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UBC Theses and Dissertations

Political geographic implications of transnational resource management Wilson, Gordon

Abstract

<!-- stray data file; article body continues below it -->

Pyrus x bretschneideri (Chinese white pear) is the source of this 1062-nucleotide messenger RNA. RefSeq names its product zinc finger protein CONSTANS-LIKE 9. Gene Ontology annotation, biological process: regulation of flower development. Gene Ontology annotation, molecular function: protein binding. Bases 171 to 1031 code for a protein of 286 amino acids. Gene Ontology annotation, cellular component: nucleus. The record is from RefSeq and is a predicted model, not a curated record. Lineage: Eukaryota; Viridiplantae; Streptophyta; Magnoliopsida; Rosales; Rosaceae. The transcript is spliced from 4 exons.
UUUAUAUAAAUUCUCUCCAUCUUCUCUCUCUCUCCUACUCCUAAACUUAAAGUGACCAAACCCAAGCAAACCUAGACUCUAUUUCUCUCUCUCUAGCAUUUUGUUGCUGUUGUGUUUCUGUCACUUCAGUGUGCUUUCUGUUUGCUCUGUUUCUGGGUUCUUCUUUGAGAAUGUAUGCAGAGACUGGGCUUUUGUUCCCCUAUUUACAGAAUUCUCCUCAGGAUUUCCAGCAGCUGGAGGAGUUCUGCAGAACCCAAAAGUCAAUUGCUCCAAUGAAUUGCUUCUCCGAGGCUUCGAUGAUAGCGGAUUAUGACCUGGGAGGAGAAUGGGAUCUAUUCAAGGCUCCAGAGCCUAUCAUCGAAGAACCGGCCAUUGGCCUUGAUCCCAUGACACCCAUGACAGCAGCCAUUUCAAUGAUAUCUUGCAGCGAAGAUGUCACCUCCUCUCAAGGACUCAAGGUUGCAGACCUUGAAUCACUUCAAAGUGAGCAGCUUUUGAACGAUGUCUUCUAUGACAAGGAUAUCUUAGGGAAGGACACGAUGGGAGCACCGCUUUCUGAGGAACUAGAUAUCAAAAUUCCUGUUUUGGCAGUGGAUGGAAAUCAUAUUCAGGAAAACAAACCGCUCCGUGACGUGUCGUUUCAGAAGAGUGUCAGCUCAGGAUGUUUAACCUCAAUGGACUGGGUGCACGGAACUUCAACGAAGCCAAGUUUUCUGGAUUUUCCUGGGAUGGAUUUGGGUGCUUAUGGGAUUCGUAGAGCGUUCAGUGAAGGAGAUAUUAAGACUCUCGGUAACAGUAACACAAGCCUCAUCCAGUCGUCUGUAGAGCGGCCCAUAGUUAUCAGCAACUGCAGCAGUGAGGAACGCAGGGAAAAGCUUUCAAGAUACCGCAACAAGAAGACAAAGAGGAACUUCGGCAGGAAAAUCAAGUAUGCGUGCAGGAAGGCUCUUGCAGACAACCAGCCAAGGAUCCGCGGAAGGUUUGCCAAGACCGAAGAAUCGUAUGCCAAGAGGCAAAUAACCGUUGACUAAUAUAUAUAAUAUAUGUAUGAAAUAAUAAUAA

There is a growing concern among both scholars and laymen for the diminishing resources of the world. This thesis examines the political geographic implications of transnational resource management. The hypothesis is a dual one: firstly, that man's past and present uses of transnational resources have led, in some cases, to the necessity for international political control, and secondly, that problems related to transnational resource management have been, for the most part, ignored by political geographers, but should be the subject of future research. The use of three transnational resources is reviewed: the blue whale, the North Pacific salmon, and the polar bear. Through an examination of the past uses of the blue whale, and the International Whaling Commission's lack of legislative powers, a case is built supporting the hypothesis. This case is further supported by the past uses of the North Pacific salmon, and the on-going dispute between the American and Japanese governments. Lastly, the Federal Provincial authority established to regulate the hunting of polar bear adds further support to the hypothesis. A brief look back into the discipline establishes this thesis as part of the environmental concerns within geography, and the material presented in the text clearly shows the political geographic implications of the problems of transnational resource management. The results of the inquiry would suggest that there is a need for further political geographic research on similar topics, and that man's past and present uses of transnational resources have, in fact, led to the necessity for international political control for these resources at least. There is, however, no claim made to the feasibility of such an international authority. The urgency for enforceable legislation is, nevertheless, clearly evident.

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